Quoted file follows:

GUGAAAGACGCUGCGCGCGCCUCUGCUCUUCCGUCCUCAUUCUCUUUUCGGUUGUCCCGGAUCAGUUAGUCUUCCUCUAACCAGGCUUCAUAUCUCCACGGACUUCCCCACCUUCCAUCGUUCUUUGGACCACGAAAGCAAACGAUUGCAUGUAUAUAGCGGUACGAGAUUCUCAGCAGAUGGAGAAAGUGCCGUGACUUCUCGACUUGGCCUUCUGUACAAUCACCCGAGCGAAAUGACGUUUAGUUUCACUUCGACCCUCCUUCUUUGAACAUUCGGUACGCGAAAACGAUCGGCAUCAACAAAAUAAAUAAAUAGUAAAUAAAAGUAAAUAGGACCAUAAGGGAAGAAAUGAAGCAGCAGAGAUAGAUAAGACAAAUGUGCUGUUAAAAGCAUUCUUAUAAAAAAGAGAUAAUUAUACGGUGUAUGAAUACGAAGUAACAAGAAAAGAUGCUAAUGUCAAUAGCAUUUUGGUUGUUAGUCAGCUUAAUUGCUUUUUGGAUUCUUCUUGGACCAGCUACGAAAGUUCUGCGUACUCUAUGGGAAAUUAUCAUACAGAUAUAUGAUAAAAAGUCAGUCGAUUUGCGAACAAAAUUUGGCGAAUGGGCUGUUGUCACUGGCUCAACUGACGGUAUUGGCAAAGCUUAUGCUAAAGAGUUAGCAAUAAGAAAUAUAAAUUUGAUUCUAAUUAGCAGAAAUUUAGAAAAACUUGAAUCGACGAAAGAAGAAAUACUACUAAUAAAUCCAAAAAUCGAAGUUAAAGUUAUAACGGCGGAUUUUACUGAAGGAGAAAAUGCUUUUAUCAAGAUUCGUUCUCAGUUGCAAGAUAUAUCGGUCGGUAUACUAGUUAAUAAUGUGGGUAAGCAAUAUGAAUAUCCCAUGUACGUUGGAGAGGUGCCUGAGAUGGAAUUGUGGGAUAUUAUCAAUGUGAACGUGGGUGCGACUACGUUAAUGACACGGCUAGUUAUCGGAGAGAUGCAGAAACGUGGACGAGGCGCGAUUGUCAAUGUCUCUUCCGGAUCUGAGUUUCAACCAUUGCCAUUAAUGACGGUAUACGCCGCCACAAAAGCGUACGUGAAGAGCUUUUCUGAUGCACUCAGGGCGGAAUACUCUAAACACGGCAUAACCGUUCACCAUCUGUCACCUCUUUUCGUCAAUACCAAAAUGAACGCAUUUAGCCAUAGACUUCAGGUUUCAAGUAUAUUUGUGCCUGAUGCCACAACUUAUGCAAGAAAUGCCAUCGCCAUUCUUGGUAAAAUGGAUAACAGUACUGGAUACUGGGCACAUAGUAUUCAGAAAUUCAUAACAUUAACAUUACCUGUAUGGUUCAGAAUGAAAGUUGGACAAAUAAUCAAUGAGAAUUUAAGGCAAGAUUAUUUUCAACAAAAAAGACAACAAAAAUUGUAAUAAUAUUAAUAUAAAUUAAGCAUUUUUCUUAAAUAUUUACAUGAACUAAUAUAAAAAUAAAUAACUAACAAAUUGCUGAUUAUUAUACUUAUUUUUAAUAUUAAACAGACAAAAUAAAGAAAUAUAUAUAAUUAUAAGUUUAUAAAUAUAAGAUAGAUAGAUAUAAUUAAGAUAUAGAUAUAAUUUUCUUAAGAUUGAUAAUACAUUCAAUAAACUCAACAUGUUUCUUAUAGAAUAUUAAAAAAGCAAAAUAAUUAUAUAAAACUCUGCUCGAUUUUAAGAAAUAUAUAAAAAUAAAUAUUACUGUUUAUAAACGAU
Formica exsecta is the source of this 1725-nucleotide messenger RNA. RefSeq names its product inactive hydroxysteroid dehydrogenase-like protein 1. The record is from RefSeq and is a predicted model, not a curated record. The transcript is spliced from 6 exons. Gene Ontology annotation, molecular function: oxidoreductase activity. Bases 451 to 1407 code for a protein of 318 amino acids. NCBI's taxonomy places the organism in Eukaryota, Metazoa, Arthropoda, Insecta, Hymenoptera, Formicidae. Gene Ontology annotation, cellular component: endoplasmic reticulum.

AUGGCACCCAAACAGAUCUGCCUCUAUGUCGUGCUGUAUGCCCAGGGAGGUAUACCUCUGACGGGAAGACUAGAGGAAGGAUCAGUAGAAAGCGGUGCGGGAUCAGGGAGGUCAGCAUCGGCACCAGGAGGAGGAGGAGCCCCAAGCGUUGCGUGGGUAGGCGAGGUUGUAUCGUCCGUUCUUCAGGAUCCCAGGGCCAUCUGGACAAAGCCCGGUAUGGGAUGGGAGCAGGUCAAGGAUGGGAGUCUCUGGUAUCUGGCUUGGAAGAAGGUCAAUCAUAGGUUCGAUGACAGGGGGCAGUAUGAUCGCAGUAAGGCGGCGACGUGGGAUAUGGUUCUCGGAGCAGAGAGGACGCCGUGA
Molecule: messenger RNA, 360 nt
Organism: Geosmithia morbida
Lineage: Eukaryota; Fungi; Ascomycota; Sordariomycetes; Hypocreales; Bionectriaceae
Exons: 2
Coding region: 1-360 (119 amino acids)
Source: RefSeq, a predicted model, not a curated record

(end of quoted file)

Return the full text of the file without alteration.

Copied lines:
GUGAAAGACGCUGCGCGCGCCUCUGCUCUUCCGUCCUCAUUCUCUUUUCGGUUGUCCCGGAUCAGUUAGUCUUCCUCUAACCAGGCUUCAUAUCUCCACGGACUUCCCCACCUUCCAUCGUUCUUUGGACCACGAAAGCAAACGAUUGCAUGUAUAUAGCGGUACGAGAUUCUCAGCAGAUGGAGAAAGUGCCGUGACUUCUCGACUUGGCCUUCUGUACAAUCACCCGAGCGAAAUGACGUUUAGUUUCACUUCGACCCUCCUUCUUUGAACAUUCGGUACGCGAAAACGAUCGGCAUCAACAAAAUAAAUAAAUAGUAAAUAAAAGUAAAUAGGACCAUAAGGGAAGAAAUGAAGCAGCAGAGAUAGAUAAGACAAAUGUGCUGUUAAAAGCAUUCUUAUAAAAAAGAGAUAAUUAUACGGUGUAUGAAUACGAAGUAACAAGAAAAGAUGCUAAUGUCAAUAGCAUUUUGGUUGUUAGUCAGCUUAAUUGCUUUUUGGAUUCUUCUUGGACCAGCUACGAAAGUUCUGCGUACUCUAUGGGAAAUUAUCAUACAGAUAUAUGAUAAAAAGUCAGUCGAUUUGCGAACAAAAUUUGGCGAAUGGGCUGUUGUCACUGGCUCAACUGACGGUAUUGGCAAAGCUUAUGCUAAAGAGUUAGCAAUAAGAAAUAUAAAUUUGAUUCUAAUUAGCAGAAAUUUAGAAAAACUUGAAUCGACGAAAGAAGAAAUACUACUAAUAAAUCCAAAAAUCGAAGUUAAAGUUAUAACGGCGGAUUUUACUGAAGGAGAAAAUGCUUUUAUCAAGAUUCGUUCUCAGUUGCAAGAUAUAUCGGUCGGUAUACUAGUUAAUAAUGUGGGUAAGCAAUAUGAAUAUCCCAUGUACGUUGGAGAGGUGCCUGAGAUGGAAUUGUGGGAUAUUAUCAAUGUGAACGUGGGUGCGACUACGUUAAUGACACGGCUAGUUAUCGGAGAGAUGCAGAAACGUGGACGAGGCGCGAUUGUCAAUGUCUCUUCCGGAUCUGAGUUUCAACCAUUGCCAUUAAUGACGGUAUACGCCGCCACAAAAGCGUACGUGAAGAGCUUUUCUGAUGCACUCAGGGCGGAAUACUCUAAACACGGCAUAACCGUUCACCAUCUGUCACCUCUUUUCGUCAAUACCAAAAUGAACGCAUUUAGCCAUAGACUUCAGGUUUCAAGUAUAUUUGUGCCUGAUGCCACAACUUAUGCAAGAAAUGCCAUCGCCAUUCUUGGUAAAAUGGAUAACAGUACUGGAUACUGGGCACAUAGUAUUCAGAAAUUCAUAACAUUAACAUUACCUGUAUGGUUCAGAAUGAAAGUUGGACAAAUAAUCAAUGAGAAUUUAAGGCAAGAUUAUUUUCAACAAAAAAGACAACAAAAAUUGUAAUAAUAUUAAUAUAAAUUAAGCAUUUUUCUUAAAUAUUUACAUGAACUAAUAUAAAAAUAAAUAACUAACAAAUUGCUGAUUAUUAUACUUAUUUUUAAUAUUAAACAGACAAAAUAAAGAAAUAUAUAUAAUUAUAAGUUUAUAAAUAUAAGAUAGAUAGAUAUAAUUAAGAUAUAGAUAUAAUUUUCUUAAGAUUGAUAAUACAUUCAAUAAACUCAACAUGUUUCUUAUAGAAUAUUAAAAAAGCAAAAUAAUUAUAUAAAACUCUGCUCGAUUUUAAGAAAUAUAUAAAAAUAAAUAUUACUGUUUAUAAACGAU
Formica exsecta is the source of this 1725-nucleotide messenger RNA. RefSeq names its product inactive hydroxysteroid dehydrogenase-like protein 1. The record is from RefSeq and is a predicted model, not a curated record. The transcript is spliced from 6 exons. Gene Ontology annotation, molecular function: oxidoreductase activity. Bases 451 to 1407 code for a protein of 318 amino acids. NCBI's taxonomy places the organism in Eukaryota, Metazoa, Arthropoda, Insecta, Hymenoptera, Formicidae. Gene Ontology annotation, cellular component: endoplasmic reticulum.

AUGGCACCCAAACAGAUCUGCCUCUAUGUCGUGCUGUAUGCCCAGGGAGGUAUACCUCUGACGGGAAGACUAGAGGAAGGAUCAGUAGAAAGCGGUGCGGGAUCAGGGAGGUCAGCAUCGGCACCAGGAGGAGGAGGAGCCCCAAGCGUUGCGUGGGUAGGCGAGGUUGUAUCGUCCGUUCUUCAGGAUCCCAGGGCCAUCUGGACAAAGCCCGGUAUGGGAUGGGAGCAGGUCAAGGAUGGGAGUCUCUGGUAUCUGGCUUGGAAGAAGGUCAAUCAUAGGUUCGAUGACAGGGGGCAGUAUGAUCGCAGUAAGGCGGCGACGUGGGAUAUGGUUCUCGGAGCAGAGAGGACGCCGUGA
Molecule: messenger RNA, 360 nt
Organism: Geosmithia morbida
Lineage: Eukaryota; Fungi; Ascomycota; Sordariomycetes; Hypocreales; Bionectriaceae
Exons: 2
Coding region: 1-360 (119 amino acids)
Source: RefSeq, a predicted model, not a curated record